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Hubble Space Telescope

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The Hubble Space Telescope was launched 1990 with the Space Shuttle Discovery and is one of the most important and popular telescopes in the history of astronomy.

Repair
In December 1993 the first repair already followed, since the primary mirror exhibited an error and the Hubble therefore got now "eyeglasses". This repair was accomplished with space walks of astronauts at the mission STS-61, which was carried with the Space Shuttle Endeavour into the orbit.
In Mai 2009 launched the Space Shuttle Atlantis for the fourth and last Service Mission to the Hubble Space Telescope to improve the lifespan until the James Webb Space Telescope (2014) is ready for action. At 5 EVAs the astronauts change the batteries, gyroscopes and the spectograf. Although this mission was cancelled under the former NASA Administrator Sean O'Keefe (2001-2005) after the disaster of the Space Shuttle Columbia, the follower of O'Keefe Michael Griffin (2005-2009) changed this decision after a public controversy.
Spacecraft
Four antennae send and receive information between the telescope and the Flight Operations Team at the Space Telescope Science Institute.
Flanking the telescope's tube are two thin, blue solar arrays. Each wing-like array has a solar cell "blanket" that converts the Sun's energy into 2,800 watts of electricity.
Some of the energy generated is stored in onboard batteries so the telescope can operate while it's in Earth's shadow (which is about 36 minutes out of each 97-minute orbit). Fully charged, each battery contains enough energy to sustain the telescope in normal science operations mode for 7.5 hours, or five orbits.
Designers of the Hubble Space Telescope had to take into account the conditions in which it was to operate. Hubble would be subject to the rigors of zero gravity and temperature extremes fluctuations of more than 100 degrees Fahrenheit during each trip around Earth. To accommodate this less-than-hospitable operating environment, Hubble was given a "skin" or blanket, of multilayered insulation (MLI), which protects the telescope from temperature extremes. Beneath the MLI is a lightweight aluminum shell, which provides an external structure to the spacecraft and houses its optical system and science instruments.
Hubble's optical system is held together by a truss (supporting "skeleton") measuring 5.3 m in length and 2.9 m in diameter. The 114 kg truss is made of graphite epoxy the same material used in many golf clubs, tennis racquets, and bicycles. Graphite epoxy is a stiff, strong, and lightweight material that resists expanding and contracting in extremes of temperature.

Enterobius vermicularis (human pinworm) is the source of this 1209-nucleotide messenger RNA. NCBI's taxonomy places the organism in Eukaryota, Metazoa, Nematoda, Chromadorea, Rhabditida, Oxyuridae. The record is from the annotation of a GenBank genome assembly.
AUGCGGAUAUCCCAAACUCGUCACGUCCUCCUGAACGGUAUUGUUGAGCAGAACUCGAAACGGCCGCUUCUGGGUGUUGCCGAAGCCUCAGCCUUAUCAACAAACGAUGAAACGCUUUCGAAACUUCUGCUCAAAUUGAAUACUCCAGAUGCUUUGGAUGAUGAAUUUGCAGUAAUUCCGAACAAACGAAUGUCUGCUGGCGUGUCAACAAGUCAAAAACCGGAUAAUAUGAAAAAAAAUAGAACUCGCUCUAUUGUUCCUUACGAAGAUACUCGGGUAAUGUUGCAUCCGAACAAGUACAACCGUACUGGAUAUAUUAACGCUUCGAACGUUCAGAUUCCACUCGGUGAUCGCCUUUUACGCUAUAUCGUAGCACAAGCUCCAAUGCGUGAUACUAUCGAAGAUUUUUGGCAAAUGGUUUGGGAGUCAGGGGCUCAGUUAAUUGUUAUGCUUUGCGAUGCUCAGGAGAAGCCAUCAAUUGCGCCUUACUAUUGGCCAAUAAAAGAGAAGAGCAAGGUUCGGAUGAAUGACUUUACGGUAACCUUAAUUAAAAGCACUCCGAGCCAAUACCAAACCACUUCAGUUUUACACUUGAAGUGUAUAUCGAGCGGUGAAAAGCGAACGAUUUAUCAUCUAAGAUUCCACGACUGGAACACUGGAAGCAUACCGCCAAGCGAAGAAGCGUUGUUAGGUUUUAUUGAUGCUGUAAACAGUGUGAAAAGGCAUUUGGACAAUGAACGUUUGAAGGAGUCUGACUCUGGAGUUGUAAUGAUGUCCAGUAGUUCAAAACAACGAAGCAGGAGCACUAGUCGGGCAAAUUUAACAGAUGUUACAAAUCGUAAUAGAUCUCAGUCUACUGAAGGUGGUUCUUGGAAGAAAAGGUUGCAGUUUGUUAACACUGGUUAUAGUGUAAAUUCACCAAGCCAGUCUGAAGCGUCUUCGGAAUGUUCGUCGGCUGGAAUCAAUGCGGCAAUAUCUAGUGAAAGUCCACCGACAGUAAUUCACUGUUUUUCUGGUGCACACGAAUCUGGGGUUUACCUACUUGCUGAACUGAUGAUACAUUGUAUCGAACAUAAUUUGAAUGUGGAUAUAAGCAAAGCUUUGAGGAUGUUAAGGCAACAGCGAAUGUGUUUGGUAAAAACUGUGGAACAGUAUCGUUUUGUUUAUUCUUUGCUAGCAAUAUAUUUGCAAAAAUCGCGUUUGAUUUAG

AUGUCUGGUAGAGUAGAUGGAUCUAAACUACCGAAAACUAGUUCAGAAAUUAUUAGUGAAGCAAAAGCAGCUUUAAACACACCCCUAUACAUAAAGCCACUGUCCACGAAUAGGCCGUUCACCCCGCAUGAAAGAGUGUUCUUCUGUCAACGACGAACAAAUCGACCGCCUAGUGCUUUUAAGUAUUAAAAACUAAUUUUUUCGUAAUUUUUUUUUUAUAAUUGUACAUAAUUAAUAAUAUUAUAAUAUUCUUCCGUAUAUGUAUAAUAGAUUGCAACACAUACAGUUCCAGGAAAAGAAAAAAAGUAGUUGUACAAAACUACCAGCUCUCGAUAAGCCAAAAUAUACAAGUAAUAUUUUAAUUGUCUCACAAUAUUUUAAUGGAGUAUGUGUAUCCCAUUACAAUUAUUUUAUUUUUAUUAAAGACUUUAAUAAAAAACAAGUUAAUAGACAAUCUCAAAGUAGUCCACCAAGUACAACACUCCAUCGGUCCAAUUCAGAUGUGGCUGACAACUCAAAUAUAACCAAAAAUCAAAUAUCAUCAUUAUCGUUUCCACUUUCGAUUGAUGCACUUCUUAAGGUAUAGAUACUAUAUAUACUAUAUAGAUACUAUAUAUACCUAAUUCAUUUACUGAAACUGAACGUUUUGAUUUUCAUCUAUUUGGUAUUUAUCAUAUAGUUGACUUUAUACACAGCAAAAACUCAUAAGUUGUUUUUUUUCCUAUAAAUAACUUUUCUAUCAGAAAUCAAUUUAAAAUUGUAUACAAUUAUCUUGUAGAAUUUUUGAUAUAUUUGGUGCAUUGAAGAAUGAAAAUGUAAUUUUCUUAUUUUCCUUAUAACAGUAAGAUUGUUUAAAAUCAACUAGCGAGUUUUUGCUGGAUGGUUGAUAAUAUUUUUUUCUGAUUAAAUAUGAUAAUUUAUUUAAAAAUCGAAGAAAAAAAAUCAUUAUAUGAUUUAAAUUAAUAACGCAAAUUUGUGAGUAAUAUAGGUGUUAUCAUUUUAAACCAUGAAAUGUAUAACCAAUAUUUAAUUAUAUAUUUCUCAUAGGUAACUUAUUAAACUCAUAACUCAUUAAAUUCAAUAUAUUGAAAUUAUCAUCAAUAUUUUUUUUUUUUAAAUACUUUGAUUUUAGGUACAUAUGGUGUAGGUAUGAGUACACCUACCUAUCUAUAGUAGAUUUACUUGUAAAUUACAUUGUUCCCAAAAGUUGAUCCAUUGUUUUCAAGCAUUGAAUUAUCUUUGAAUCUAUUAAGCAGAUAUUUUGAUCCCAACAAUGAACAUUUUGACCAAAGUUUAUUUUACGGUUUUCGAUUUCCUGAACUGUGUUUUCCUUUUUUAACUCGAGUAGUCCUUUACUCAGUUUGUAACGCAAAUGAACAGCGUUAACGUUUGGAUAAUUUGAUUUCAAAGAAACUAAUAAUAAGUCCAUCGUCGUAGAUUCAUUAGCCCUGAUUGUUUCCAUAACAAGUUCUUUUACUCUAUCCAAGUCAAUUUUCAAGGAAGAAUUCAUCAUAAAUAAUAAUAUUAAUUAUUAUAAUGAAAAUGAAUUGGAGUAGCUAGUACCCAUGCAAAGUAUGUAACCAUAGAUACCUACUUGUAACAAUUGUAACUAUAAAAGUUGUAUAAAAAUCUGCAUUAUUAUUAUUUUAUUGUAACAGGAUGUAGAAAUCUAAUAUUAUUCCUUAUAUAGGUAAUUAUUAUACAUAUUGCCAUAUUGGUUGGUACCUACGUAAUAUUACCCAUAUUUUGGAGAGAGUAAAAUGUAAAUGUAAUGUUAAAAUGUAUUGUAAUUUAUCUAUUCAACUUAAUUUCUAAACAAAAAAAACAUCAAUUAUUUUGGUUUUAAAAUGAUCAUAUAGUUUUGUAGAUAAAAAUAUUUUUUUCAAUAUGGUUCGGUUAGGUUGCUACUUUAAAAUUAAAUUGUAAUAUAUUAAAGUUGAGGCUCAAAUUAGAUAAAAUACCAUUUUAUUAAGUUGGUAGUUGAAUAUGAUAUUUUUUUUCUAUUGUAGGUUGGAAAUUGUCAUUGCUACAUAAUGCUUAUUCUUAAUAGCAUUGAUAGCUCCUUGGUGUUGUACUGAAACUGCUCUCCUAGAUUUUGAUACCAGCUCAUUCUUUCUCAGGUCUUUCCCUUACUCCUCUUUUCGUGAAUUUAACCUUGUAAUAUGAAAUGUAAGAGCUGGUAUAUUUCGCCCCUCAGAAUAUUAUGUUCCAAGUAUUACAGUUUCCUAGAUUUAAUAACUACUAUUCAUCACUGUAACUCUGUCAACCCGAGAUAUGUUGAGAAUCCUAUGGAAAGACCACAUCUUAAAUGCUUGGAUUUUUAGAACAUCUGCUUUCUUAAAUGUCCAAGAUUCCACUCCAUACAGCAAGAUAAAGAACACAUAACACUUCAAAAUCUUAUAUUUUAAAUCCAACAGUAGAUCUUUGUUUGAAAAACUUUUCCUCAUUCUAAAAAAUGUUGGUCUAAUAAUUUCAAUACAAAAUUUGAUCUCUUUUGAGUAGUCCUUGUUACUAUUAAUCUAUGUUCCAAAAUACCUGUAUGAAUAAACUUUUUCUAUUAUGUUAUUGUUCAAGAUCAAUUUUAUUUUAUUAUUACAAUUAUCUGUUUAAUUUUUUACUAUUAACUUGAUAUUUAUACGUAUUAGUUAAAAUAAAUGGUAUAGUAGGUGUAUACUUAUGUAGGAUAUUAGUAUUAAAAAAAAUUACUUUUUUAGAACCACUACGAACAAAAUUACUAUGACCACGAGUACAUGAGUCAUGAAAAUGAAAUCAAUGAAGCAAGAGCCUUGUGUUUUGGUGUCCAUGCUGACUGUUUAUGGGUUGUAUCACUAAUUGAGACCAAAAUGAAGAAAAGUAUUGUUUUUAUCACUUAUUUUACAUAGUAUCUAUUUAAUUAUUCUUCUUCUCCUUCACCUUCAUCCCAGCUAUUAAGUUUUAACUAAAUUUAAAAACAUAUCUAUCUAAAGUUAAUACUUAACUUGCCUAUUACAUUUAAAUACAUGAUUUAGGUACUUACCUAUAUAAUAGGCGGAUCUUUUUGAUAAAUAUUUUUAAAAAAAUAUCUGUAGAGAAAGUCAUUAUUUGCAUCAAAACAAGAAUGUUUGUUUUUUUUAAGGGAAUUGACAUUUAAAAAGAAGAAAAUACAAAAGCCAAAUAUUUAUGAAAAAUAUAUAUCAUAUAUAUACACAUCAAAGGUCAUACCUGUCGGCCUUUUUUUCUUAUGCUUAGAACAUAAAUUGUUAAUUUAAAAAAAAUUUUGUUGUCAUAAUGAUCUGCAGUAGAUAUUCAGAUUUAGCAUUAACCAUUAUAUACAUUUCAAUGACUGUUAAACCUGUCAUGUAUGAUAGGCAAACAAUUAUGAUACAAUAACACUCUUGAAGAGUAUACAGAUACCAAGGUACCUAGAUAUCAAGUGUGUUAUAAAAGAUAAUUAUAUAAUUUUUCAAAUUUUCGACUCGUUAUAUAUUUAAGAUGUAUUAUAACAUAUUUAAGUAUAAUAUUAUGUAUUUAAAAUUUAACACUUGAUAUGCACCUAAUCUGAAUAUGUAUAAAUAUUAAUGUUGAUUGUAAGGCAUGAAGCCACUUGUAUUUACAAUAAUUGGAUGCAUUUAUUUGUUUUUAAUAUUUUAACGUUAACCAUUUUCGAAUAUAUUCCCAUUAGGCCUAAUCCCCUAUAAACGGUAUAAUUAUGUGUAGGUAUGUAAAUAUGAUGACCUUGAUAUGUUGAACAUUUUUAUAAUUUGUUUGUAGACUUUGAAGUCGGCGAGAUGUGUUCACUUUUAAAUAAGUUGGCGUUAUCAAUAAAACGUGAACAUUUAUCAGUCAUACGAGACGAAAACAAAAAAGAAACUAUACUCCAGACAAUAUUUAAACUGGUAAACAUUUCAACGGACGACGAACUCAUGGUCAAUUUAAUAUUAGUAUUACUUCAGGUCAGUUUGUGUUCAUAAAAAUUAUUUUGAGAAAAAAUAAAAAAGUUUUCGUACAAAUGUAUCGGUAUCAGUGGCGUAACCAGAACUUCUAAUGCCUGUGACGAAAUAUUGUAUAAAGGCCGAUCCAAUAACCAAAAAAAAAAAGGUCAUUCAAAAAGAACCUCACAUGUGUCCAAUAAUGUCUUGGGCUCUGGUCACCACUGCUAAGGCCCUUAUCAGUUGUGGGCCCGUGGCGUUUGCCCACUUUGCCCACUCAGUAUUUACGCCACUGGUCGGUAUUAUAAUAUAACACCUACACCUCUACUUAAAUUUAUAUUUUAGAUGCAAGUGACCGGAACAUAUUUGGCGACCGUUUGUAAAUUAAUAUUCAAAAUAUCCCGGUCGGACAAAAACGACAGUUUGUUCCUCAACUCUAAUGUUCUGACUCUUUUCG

Optics
Hubble's "eyes" are actually a system called the Optical Telescope Assembly. That system consists of two mirrors, support trusses, and the apertures (openings) of the instruments.
Technics
Taking color pictures with the Hubble Space Telescope is much more complex than taking color pictures with a traditional camera. For one thing, Hubble doesn't use color film in fact, it doesn't use film at all. Rather, its cameras record light from the universe with special electronic detectors. These detectors produce images of the cosmos not in color, but in shades of black and white.
Finished color images are actually combinations of two or more black-and-white exposures to which color has been added during image processing.
The colors in Hubble images, which are assigned for various reasons, aren't always what we'd see if we were able to visit the imaged objects in a spacecraft. We often use color as a tool, whether it is to enhance an object's detail or to visualize what ordinarily could never be seen by the human eye.
Astronomical pictures from Hubble often look different to naked human eyes
Light from astronomical objects comes in a wide range of colors, each corresponding to a particular kind of electromagnetic wave. Hubble can detect all the visible wavelengths of light plus many more that are invisible to human eyes, such as ultraviolet and infrared light. Astronomical objects often look different in these different wavelengths of light. To record what an object looks like at a certain wavelength, Hubble uses special filters that allow only a certain range of light wavelengths through. Once the unwanted light has been filtered out, the remaining light is recorded.
Many full-color Hubble images are combinations of three separate exposures one each taken in red, green, and blue light. When mixed together, these three colors of light can simulate almost any color of light that is visible to human eyes.
Instruments
The Hubble Space Telescope's five science instruments:
  • The Wide Field and Planetary Camera (WF/PC)
  • Goddard High Resolution Spectrograph (GHRS)
  • High Speed Photometer (HSP)
  • Faint Object Camera (FOC)
  • Faint Object Spectrograph (FOS)
  • Construction
    NASA's Marshall Space Flight Center was given responsibility for the design, development and construction of the telescope, while the Goddard Space Flight Center was given overall control of the scientific instruments and ground control centre for the mission.
    History
    In early 1986, the planned launch date of October that year looked feasible, but the Challenger disaster brought the space program to a halt and the launch of Hubble to be postponed for several years.
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